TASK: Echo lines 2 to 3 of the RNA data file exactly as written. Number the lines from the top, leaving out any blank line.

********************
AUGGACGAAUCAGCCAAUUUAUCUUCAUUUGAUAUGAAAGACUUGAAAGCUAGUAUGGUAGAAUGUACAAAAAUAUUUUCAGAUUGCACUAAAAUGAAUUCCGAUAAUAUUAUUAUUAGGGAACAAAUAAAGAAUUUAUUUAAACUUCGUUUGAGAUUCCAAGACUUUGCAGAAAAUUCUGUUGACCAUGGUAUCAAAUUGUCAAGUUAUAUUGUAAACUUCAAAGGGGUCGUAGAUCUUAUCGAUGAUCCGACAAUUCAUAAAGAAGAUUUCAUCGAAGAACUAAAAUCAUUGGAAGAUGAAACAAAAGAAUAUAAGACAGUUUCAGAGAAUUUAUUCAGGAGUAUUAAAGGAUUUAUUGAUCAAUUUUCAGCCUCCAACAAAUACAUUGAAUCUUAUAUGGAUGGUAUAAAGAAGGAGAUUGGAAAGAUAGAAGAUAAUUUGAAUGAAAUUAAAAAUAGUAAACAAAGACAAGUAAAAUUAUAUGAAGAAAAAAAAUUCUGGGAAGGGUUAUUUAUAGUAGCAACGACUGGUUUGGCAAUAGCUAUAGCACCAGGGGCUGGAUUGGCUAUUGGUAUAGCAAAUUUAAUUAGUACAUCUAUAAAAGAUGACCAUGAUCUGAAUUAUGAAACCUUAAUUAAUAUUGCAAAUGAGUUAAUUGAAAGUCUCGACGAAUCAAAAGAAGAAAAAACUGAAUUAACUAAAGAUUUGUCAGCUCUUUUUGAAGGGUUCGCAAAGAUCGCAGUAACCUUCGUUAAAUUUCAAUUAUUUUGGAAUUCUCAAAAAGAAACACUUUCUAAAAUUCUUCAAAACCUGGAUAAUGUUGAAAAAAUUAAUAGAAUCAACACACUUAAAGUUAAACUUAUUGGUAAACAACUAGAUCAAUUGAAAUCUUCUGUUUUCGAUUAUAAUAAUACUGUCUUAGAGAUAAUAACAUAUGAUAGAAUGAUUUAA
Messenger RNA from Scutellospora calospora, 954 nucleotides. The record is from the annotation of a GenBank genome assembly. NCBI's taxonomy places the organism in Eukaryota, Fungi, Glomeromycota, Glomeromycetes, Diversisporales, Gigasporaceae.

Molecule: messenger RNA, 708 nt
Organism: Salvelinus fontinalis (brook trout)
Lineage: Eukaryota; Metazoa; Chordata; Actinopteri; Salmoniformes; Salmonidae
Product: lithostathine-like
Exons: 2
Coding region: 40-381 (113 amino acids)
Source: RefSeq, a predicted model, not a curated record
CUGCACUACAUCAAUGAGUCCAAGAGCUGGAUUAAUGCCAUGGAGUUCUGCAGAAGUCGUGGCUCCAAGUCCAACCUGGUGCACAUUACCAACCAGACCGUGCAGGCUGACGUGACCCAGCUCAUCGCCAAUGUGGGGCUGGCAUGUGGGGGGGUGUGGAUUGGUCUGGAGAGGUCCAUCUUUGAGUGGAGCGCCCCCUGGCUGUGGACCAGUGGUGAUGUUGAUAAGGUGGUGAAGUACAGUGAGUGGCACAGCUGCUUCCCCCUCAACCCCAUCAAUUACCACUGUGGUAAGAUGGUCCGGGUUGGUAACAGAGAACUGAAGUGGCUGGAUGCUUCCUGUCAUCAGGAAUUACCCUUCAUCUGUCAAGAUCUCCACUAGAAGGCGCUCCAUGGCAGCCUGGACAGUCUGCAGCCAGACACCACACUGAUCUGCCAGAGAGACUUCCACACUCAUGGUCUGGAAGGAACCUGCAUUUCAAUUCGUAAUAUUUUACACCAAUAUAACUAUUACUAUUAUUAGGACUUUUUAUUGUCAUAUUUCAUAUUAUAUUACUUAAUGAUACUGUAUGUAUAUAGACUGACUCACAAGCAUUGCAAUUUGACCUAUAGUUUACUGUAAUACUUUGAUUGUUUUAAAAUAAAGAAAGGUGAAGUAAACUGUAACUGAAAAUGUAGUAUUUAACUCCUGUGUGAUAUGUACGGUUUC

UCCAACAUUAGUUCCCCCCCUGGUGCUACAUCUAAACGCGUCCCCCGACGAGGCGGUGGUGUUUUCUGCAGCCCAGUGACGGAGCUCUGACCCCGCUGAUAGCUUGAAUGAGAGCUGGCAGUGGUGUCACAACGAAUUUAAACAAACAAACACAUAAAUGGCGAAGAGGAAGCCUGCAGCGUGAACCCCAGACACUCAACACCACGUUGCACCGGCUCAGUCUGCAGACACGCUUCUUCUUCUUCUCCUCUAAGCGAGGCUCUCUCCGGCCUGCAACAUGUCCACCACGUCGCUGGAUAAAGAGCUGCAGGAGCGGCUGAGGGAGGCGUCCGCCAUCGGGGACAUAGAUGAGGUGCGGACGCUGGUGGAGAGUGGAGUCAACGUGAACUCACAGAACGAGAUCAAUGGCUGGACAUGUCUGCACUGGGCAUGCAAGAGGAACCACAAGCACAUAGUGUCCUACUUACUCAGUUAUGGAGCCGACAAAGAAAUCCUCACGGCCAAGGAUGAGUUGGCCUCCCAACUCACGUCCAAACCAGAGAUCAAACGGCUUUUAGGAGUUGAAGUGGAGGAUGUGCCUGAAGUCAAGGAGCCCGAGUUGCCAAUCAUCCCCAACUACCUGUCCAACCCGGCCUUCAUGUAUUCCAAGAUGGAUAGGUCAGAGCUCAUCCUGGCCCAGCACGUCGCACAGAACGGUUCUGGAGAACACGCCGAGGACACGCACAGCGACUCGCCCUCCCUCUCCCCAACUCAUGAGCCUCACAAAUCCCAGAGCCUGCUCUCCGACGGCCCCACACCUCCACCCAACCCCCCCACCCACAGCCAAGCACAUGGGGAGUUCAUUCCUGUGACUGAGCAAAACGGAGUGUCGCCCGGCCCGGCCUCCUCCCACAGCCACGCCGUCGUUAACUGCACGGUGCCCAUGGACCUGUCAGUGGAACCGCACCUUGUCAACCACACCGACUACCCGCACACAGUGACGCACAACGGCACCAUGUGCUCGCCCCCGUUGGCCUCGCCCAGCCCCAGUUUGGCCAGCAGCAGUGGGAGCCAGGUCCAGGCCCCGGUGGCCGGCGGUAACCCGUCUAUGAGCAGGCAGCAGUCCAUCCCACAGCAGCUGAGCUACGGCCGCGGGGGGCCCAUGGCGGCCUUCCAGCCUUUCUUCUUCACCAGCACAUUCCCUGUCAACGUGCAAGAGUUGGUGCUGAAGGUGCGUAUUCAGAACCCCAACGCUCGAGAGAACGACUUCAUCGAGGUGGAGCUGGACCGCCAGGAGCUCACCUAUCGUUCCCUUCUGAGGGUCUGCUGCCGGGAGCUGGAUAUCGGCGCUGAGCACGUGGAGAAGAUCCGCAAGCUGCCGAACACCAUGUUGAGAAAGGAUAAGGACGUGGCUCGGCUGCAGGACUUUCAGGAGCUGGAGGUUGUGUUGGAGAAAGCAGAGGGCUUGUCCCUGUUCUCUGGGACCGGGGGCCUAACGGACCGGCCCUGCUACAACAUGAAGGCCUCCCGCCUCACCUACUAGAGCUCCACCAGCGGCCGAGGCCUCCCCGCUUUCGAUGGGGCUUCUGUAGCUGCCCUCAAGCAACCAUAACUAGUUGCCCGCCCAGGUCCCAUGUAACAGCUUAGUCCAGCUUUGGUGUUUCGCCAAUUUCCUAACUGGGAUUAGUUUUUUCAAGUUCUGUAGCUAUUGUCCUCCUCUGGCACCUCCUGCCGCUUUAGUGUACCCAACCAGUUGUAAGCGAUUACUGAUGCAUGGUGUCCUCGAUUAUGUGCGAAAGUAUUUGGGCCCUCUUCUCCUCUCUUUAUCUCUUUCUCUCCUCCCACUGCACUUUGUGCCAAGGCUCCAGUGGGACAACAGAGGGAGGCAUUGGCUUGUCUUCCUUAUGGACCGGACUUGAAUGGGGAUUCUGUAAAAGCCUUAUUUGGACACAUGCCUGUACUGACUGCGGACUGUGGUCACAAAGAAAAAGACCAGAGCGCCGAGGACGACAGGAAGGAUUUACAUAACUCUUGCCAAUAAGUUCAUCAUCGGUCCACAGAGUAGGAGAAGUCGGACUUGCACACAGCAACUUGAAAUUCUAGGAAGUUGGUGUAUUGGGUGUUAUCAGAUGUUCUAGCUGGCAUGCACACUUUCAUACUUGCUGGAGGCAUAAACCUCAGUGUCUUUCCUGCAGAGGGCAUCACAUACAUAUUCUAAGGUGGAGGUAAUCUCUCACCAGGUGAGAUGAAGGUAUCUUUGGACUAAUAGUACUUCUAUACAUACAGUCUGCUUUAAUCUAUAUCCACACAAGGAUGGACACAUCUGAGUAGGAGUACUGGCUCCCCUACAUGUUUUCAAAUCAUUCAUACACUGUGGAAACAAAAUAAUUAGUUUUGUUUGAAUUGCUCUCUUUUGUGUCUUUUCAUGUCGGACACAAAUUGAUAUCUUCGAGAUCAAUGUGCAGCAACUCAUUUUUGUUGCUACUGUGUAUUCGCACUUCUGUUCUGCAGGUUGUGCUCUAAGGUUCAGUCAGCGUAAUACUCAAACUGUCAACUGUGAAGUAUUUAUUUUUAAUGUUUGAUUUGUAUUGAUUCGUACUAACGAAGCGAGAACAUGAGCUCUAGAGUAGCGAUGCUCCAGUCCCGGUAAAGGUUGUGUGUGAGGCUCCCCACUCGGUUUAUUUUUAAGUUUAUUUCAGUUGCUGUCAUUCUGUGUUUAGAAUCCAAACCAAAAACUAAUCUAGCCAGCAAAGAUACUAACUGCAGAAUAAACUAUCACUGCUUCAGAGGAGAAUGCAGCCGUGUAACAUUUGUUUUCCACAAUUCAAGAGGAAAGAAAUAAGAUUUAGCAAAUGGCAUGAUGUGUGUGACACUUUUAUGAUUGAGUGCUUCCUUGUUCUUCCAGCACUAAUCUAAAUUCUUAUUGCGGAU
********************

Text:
Messenger RNA from Scutellospora calospora, 954 nucleotides. The record is from the annotation of a GenBank genome assembly. NCBI's taxonomy places the organism in Eukaryota, Fungi, Glomeromycota, Glomeromycetes, Diversisporales, Gigasporaceae.

Molecule: messenger RNA, 708 nt